First up is Florida: I was lucky enough to have (quite by accident) planned my Florida vacation in such a way that I would be in Orlando on opening day for USF’s Mummy. Upon arriving the crowds seemed quite large. I feared the worst but then I noticed that strangely most of them seemed to be heading towards IOA and not to the studio park as I figured. Apparently there were some school groups that day and they all went to IOA. Whew! I arrived at the studio park and headed straight to Mummy. Outside the entrance was an employee announcing that you could not bring anything in and would have to use a locker. Even fanny packs are not allowed. At first this annoyed me as I put my glasses in my pack while riding and didn’t want to enter the building without them. But she told me that I would be fine wearing my glasses on the ride. So I stashed my pack and entered the line, which then split into three choices. The regular line, a line for the Universal version of Fast pass, and a single rider line. Nicely there were different wait times posted for each of the three choices. The wait time for the regular line was only 45 minutes. I was riding alone so I used the single rider line which was only 5 minutes.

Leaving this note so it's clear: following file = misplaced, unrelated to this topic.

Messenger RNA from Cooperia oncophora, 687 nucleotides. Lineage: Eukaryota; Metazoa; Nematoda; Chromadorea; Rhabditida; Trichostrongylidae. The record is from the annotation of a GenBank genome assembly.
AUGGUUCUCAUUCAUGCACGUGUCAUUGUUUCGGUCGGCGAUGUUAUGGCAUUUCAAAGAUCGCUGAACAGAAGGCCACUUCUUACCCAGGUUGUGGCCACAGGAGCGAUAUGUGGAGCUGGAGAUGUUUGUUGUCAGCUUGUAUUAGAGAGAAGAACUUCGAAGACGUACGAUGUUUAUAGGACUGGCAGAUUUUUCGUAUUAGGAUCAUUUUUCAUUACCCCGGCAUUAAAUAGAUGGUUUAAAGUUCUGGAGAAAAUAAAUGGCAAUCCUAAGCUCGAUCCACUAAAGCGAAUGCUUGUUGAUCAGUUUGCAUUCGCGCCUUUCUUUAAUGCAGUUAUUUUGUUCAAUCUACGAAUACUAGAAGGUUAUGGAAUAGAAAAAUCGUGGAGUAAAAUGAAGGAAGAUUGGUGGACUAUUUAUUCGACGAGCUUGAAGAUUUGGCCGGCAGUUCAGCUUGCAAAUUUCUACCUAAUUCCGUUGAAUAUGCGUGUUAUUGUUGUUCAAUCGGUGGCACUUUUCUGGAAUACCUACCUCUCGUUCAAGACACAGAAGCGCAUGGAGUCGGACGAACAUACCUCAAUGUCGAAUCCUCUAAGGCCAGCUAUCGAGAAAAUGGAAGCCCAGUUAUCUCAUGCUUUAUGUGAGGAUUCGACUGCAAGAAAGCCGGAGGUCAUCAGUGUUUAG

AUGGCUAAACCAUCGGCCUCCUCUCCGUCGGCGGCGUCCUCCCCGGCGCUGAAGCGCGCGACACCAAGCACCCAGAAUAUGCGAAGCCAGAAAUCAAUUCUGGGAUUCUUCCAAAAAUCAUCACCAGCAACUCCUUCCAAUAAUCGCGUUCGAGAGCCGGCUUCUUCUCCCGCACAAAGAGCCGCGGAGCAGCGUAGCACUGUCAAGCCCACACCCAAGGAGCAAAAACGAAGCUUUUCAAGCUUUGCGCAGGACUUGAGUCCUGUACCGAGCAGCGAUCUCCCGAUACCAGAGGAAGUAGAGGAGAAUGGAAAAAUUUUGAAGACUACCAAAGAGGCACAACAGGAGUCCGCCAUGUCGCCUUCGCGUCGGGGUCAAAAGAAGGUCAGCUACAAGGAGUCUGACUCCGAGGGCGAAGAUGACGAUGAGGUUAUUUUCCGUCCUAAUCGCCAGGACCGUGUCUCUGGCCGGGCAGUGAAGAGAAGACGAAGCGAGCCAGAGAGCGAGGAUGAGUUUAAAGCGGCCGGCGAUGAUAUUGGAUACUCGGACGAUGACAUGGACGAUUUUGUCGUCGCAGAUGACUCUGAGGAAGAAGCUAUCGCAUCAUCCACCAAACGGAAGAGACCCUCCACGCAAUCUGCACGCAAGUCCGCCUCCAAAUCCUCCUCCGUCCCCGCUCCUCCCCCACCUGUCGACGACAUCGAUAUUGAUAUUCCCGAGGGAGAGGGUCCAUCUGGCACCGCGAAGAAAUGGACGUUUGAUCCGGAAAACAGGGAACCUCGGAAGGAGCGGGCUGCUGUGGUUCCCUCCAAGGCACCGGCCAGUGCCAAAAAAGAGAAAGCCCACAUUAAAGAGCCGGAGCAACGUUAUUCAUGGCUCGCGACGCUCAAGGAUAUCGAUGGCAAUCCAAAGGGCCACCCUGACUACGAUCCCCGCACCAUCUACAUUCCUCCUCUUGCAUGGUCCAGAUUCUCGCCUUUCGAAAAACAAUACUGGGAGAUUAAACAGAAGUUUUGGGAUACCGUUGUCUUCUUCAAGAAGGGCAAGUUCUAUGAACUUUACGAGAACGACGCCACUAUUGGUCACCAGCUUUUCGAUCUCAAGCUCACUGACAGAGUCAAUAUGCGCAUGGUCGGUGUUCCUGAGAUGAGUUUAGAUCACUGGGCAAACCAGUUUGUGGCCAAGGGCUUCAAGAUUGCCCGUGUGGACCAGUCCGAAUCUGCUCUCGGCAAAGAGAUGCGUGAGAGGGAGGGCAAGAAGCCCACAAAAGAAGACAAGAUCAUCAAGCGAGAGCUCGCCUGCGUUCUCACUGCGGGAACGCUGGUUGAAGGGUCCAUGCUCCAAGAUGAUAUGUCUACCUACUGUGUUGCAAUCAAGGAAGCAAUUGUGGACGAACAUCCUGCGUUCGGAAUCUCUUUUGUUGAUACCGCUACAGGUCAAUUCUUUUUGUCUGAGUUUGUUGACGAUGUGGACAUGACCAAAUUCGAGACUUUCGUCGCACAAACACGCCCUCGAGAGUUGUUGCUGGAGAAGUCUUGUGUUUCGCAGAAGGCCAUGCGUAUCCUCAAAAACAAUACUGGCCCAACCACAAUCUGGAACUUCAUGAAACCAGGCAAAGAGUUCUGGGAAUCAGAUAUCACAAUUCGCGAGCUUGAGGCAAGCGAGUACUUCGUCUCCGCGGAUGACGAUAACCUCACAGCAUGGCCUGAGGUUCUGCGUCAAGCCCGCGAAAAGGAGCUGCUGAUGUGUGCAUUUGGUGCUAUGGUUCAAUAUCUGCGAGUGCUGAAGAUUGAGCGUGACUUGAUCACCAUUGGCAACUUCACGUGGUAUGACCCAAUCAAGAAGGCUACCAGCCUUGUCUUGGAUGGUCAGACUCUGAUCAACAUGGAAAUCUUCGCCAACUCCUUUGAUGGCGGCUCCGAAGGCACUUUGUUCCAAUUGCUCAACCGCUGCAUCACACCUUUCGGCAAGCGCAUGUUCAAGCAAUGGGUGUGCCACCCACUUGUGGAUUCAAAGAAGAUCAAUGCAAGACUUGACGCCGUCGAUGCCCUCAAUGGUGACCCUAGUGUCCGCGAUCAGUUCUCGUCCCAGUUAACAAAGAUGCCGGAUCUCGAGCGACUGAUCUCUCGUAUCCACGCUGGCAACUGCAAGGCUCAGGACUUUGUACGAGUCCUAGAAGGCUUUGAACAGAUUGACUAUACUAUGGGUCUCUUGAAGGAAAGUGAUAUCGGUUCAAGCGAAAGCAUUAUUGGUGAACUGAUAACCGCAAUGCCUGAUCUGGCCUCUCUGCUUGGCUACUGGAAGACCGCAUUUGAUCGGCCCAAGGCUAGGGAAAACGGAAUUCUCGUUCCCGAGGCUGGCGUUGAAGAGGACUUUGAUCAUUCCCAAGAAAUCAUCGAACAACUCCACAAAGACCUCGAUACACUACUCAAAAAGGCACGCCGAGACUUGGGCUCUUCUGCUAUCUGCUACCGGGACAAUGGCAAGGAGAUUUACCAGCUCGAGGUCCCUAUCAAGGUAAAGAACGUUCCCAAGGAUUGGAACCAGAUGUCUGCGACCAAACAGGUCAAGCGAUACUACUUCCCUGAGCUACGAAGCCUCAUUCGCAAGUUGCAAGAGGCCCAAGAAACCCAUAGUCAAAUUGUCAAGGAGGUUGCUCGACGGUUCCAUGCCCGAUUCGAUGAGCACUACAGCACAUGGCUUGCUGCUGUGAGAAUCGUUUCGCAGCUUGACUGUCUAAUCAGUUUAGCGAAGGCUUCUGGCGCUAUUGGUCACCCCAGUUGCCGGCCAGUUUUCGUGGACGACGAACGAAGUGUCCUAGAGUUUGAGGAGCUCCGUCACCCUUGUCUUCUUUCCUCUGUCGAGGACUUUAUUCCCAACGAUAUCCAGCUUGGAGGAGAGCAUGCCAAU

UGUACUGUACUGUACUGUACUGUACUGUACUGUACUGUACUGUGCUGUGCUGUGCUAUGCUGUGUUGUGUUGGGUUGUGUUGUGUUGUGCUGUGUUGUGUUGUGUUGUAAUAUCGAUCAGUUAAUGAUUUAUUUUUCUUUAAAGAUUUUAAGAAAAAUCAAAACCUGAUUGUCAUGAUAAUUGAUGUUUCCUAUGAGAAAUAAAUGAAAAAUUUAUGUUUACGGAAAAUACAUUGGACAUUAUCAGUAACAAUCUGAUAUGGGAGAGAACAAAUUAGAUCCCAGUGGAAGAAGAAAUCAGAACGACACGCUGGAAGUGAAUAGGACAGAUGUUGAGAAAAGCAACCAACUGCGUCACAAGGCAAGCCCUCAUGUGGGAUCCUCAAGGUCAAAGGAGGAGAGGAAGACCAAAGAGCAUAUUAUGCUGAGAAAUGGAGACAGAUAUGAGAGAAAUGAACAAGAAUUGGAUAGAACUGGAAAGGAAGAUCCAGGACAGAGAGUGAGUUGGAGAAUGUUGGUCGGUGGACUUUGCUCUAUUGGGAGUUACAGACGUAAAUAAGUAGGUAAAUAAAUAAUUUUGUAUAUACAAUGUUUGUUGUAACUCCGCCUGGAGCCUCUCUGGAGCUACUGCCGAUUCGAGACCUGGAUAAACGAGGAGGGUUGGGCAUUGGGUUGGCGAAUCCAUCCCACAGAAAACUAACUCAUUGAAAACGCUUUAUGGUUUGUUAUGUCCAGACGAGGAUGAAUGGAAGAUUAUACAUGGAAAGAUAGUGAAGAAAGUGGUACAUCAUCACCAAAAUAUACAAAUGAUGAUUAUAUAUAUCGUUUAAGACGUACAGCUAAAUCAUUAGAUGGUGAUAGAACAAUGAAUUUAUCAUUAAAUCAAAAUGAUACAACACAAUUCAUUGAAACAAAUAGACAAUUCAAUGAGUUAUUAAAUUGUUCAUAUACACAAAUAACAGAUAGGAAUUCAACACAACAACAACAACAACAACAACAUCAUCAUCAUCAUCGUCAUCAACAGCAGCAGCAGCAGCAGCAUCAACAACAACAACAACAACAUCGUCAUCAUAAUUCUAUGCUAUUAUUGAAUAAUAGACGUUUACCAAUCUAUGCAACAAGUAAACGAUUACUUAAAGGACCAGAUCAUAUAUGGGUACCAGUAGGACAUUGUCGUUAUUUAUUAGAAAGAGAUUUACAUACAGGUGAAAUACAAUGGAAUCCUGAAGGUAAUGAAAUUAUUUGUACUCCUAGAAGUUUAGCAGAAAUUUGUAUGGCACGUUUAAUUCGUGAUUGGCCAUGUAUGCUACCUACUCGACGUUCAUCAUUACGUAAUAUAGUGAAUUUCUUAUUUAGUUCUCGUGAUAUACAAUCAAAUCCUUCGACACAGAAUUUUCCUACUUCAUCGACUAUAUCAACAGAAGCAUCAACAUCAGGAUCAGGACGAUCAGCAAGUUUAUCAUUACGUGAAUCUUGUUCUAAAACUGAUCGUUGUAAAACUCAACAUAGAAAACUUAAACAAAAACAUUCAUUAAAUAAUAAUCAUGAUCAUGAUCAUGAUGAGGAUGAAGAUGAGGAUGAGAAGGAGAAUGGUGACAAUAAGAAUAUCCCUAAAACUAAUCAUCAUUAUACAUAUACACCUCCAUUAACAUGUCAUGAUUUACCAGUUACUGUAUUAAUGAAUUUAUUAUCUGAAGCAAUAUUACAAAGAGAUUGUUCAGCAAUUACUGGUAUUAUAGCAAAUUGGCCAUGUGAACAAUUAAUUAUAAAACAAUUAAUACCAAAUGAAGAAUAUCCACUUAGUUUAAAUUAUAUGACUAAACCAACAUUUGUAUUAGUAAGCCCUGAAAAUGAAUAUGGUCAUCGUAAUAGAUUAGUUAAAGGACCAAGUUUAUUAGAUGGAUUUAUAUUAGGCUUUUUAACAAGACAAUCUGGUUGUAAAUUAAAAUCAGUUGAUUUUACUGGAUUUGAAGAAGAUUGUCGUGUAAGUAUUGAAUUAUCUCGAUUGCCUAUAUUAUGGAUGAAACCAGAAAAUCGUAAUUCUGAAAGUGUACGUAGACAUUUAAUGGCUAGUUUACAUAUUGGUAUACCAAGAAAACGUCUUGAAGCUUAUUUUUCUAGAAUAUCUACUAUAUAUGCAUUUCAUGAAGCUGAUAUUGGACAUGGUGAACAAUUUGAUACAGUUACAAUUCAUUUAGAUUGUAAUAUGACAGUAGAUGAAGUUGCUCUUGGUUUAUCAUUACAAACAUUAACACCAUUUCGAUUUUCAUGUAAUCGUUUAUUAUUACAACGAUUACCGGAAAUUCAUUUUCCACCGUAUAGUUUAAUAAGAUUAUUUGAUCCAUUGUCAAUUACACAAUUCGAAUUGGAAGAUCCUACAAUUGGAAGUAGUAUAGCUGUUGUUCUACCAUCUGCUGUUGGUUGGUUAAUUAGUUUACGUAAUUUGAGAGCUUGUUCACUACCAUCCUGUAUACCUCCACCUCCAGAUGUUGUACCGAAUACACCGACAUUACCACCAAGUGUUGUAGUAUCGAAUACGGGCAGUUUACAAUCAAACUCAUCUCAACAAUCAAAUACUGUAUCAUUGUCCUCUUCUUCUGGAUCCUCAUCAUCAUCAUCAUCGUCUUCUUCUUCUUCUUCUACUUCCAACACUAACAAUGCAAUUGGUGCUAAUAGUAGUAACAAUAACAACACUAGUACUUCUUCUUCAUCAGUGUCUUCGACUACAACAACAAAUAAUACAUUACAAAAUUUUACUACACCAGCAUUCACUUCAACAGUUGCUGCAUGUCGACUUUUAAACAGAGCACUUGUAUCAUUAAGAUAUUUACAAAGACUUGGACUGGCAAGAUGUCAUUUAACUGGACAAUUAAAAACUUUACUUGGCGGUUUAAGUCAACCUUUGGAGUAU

The queue was very nicely done. Full of the flickering light effect of Disney’s Indy ride. In fact, a lot of the queue and station were very Indy like. The queue seemed fairly large, but since the lines are separate and I never waited in the regular line I don’t know exactly how large it is. I reached the top of the stairs, and true to the sign, only waited about 5 minutes. Maybe it’s the double load station, but for a new ride, the operation seemed very efficient and I didn’t spot any hold ups or problems at all.